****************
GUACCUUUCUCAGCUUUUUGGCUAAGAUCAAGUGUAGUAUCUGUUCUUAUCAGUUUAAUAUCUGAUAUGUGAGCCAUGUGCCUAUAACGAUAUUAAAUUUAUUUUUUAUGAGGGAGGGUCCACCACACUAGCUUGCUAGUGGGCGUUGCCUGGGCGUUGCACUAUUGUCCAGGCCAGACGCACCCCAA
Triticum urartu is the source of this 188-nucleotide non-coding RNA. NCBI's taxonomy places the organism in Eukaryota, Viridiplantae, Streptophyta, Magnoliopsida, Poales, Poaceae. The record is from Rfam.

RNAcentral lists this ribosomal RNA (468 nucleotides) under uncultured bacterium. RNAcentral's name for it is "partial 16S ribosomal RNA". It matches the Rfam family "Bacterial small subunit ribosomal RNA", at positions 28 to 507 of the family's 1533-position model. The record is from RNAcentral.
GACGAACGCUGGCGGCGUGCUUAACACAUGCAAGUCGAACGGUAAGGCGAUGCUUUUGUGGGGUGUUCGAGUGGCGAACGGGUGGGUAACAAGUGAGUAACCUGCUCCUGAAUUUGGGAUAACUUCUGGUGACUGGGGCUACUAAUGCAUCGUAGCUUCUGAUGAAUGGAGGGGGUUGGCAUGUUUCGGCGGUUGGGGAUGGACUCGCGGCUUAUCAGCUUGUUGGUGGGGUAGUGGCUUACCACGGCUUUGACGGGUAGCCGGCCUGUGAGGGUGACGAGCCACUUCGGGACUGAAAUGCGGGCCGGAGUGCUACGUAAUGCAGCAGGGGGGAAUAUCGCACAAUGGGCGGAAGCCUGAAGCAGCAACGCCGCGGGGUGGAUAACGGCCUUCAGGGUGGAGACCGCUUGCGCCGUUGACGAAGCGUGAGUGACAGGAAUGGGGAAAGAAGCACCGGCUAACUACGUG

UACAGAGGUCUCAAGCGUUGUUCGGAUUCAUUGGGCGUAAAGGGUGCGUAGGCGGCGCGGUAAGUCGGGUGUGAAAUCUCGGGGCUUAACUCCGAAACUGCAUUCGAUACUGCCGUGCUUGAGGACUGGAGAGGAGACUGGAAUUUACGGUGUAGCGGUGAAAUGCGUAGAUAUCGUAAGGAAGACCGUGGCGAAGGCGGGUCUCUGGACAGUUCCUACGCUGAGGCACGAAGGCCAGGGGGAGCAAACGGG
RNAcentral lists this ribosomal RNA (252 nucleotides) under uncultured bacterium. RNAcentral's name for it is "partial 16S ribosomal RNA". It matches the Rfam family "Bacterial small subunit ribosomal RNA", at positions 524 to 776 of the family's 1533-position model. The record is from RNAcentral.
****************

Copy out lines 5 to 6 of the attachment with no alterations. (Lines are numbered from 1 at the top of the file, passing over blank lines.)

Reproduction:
UACAGAGGUCUCAAGCGUUGUUCGGAUUCAUUGGGCGUAAAGGGUGCGUAGGCGGCGCGGUAAGUCGGGUGUGAAAUCUCGGGGCUUAACUCCGAAACUGCAUUCGAUACUGCCGUGCUUGAGGACUGGAGAGGAGACUGGAAUUUACGGUGUAGCGGUGAAAUGCGUAGAUAUCGUAAGGAAGACCGUGGCGAAGGCGGGUCUCUGGACAGUUCCUACGCUGAGGCACGAAGGCCAGGGGGAGCAAACGGG
RNAcentral lists this ribosomal RNA (252 nucleotides) under uncultured bacterium. RNAcentral's name for it is "partial 16S ribosomal RNA". It matches the Rfam family "Bacterial small subunit ribosomal RNA", at positions 524 to 776 of the family's 1533-position model. The record is from RNAcentral.